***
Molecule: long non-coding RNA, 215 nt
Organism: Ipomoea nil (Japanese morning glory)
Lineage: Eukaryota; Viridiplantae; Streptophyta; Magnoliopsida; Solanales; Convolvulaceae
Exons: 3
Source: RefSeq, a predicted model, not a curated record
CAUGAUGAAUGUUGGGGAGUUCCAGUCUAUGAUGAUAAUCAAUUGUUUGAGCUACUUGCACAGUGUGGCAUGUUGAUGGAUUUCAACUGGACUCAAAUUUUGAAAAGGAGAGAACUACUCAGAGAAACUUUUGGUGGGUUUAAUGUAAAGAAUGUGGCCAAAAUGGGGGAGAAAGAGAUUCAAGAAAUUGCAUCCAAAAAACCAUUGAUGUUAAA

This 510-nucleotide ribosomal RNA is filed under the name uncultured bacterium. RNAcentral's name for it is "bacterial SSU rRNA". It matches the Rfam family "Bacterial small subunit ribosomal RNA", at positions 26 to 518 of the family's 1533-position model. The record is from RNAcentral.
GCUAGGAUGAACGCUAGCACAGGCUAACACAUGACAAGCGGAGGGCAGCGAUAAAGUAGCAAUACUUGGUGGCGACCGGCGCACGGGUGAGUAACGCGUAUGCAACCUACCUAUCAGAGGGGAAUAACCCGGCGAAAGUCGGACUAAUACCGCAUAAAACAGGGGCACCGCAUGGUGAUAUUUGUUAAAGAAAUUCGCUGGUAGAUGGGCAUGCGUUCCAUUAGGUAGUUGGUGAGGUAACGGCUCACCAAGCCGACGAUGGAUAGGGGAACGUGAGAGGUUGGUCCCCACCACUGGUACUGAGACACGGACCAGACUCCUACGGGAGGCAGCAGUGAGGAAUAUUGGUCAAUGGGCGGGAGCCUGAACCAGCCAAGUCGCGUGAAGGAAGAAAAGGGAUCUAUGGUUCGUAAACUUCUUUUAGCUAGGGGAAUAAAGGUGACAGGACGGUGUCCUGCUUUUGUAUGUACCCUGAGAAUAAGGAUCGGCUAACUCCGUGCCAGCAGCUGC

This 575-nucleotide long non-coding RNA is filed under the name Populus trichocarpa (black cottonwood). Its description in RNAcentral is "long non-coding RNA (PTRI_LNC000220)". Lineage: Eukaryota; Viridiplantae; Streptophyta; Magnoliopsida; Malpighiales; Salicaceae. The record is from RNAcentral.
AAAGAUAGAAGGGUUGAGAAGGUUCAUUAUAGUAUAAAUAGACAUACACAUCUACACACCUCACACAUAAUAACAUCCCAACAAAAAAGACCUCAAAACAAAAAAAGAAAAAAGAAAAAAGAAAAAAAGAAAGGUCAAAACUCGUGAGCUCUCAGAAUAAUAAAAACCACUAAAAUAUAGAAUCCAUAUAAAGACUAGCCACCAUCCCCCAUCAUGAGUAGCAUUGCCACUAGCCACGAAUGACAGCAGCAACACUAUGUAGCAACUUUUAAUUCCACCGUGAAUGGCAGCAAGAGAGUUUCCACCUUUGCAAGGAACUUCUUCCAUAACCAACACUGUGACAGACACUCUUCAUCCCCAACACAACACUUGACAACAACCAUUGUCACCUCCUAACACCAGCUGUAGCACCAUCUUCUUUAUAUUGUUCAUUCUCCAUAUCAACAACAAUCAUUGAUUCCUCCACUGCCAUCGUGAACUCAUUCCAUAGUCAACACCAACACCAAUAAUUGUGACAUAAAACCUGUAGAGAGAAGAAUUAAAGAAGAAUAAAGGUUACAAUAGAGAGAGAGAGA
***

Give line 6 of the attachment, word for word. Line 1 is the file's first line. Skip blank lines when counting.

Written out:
CAUGAUGAAUGUUGGGGAGUUCCAGUCUAUGAUGAUAAUCAAUUGUUUGAGCUACUUGCACAGUGUGGCAUGUUGAUGGAUUUCAACUGGACUCAAAUUUUGAAAAGGAGAGAACUACUCAGAGAAACUUUUGGUGGGUUUAAUGUAAAGAAUGUGGCCAAAAUGGGGGAGAAAGAGAUUCAAGAAAUUGCAUCCAAAAAACCAUUGAUGUUAAA